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Learning Service

When I first told people I was traveling to Senegal, the first question I was often asked was :“What are you going to do there?” This, for me, was a difficult question to answer. I often settled on the vague answer of “I’m visiting Senegal with a group of students around my age”, which as an answer was of course never enough. This is when people would become more blunt. “Are you going to teach the children there English? Are you going to help build a school? Or maybe raise money for a village in a poverty?” No, I would say, I’m just visiting. I can’t help but wonder why that was always the immediate assumption. I didn’t come to Senegal to fix anything or to teach anyone. What would these hardworking and educated individuals need to learn from a sixteen year old girl who has never even left the US? Of course I came here to learn!

I came here to immerse myself in the culture and to learn about the lives of people that are so different from my own. So how come, even with me being a teenager going to a foreign country with well-educated instructors, is there an assumption that I am qualified to teach a country of people the “correct” way to live. It is because I am a white American and because I am going to a developing country that it is therefore assumed I am there to make a difference. That I am here to “fix” Senegal, or even Africa as a whole.

To do that would make someone a really good person, right? To spend four weeks in a supposedly less fortunate area to teach the children there how to count to five in English. There’s a reason that I chose Dragons rather than a classic service-learning trip. I wouldn’t disagree that students choosing to participate in service trips have good intentions, I would however argue that the concept of going on these trips benefits the individual far more than the community they are aiming to help. They are displaying a clear unintentional ignorance and fixed ideas of how the country needs saving. People don’t go to Guatemala to help build a school with the open-mindedness that they will learn about the culture or lifestyle in the place they are visiting because honestly, they probably don’t care. They want to feel like they are simply solving a problem, so they can feel like a good person.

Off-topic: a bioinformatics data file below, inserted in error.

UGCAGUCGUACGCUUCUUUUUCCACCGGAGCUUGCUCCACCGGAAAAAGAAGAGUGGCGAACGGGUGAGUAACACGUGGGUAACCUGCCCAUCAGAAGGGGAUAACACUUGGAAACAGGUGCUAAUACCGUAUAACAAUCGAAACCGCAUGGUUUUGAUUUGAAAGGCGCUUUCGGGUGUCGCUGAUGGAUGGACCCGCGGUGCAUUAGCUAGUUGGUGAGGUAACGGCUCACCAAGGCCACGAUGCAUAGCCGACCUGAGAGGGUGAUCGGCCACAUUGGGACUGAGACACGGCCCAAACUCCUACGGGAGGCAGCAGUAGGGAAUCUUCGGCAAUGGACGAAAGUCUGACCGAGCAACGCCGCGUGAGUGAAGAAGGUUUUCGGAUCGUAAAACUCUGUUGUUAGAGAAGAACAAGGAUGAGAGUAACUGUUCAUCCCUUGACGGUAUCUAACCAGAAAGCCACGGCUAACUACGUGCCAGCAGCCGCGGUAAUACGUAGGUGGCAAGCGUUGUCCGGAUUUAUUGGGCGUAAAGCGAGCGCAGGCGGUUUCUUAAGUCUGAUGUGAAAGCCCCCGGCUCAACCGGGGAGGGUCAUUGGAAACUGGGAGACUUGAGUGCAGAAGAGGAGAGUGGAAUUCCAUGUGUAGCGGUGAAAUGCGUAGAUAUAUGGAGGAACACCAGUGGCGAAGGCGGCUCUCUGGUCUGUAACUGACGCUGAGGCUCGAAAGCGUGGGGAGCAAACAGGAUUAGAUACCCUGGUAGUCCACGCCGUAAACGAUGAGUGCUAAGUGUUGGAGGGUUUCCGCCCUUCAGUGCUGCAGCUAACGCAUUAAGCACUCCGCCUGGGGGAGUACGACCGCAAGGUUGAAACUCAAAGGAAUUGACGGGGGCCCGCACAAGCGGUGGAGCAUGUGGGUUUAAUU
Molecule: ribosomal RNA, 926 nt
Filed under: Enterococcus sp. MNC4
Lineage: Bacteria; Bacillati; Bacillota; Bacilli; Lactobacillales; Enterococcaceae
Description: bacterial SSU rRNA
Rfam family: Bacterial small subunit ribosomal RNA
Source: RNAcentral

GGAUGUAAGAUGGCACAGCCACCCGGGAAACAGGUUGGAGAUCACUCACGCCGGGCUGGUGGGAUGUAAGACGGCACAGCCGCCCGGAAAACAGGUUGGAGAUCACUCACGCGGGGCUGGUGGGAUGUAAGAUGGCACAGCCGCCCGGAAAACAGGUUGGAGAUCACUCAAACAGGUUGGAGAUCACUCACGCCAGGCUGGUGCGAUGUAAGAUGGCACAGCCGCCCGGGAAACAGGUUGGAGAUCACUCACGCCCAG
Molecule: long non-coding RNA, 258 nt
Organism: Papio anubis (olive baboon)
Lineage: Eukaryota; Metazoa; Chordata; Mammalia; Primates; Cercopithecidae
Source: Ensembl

It’s true that Senegal is very different from the United States, but that doesn’t mean it necessarily needs changing to be more like us. Different doesn’t always mean bad, or unhappy. Wanting to help people isn’t the issue, the issue is the power dynamic that is created by giving white people the opportunity to believe that their privilege makes them superior and therefore able to fix the world’s problems. That a white teenager from America, who knows nothing about a country, is more qualified to fix it than people from that country who understand the issues as well as the successes.

I chose Dragons because I wanted to learn, not because I wanted to critique or change the lives of others. The idea of being a white savoir is extremely romanticized and Dragons has, I believe, created an environment that allows us to learn about the life here without painting it in a way that shows people who need our saving. My experience on Dragons has so far been amazing and I am thankful to be a part of this enriching educational program.